27 July, 2021

King Midas Was Here

Microplanning has transformed these villages. Involved in the process at every stage, people have learnt that only self-help can redeem their lot.

Atul Loke
King Midas Was Here
Lendiguda is our destination, a village of 400 people in the tribal belt on the Maharashtra-Andhra Pradesh border. We drive 135 km from the district headquarters at Chandrapur to this remote hamlet in Jivdi taluka that administrative officials can't recall immediately. The last 12 km gets even more challenging as the "pucca" road ends and we bump over miles of stone and mud. It can get worse if you are a local from any of the seven villages in this cluster, because then you'd be walking this treeless distance to reach the nearest bus stop or health sub-centre.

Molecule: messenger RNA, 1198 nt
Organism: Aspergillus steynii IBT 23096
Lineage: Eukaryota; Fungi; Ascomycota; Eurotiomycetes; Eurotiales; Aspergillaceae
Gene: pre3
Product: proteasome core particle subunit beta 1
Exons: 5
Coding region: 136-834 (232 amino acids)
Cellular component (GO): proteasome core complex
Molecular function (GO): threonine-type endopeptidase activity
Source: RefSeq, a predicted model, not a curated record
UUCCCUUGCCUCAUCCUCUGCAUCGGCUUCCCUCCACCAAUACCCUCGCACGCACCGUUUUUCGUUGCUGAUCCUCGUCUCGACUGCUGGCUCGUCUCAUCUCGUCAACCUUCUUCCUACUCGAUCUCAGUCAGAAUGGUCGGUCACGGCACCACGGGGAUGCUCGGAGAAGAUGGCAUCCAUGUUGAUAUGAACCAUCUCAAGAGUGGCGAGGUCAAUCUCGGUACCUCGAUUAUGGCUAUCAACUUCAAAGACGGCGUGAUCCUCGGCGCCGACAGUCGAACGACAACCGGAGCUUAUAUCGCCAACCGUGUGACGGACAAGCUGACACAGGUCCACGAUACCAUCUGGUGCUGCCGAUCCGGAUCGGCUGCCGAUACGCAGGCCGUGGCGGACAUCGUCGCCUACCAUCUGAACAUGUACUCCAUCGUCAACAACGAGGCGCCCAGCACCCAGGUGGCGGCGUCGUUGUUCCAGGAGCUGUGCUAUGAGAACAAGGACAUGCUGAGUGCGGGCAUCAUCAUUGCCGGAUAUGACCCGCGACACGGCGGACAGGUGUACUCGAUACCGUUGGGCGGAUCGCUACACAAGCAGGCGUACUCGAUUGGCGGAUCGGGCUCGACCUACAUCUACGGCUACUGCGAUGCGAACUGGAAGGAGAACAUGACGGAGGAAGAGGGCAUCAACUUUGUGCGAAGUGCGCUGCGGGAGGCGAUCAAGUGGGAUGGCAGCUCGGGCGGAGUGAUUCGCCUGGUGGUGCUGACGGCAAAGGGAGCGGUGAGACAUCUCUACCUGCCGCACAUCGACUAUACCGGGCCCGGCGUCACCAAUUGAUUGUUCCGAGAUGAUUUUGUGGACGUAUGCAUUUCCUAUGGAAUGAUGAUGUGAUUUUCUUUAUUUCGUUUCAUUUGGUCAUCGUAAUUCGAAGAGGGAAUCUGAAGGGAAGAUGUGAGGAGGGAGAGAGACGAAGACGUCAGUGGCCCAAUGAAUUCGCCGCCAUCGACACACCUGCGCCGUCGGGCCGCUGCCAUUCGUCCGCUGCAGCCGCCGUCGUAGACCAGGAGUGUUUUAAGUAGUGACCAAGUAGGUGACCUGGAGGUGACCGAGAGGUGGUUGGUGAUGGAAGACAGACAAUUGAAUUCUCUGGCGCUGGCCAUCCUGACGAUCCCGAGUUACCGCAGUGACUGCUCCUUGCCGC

It's a familiar story of the poorest of the poor—people who in the past have been without water for weeks after their well dried up in summer. Anganwadi workers and primary teachers hardly showed up; a routine fever could've meant death. If this seems like the land even God forgot, the eager smiling faces are nothing short of a miracle. Today, five years after microplanning was introduced, Lendiguda could well be a model village for the power of self-help.

Microplanning is a process introduced progressively in...

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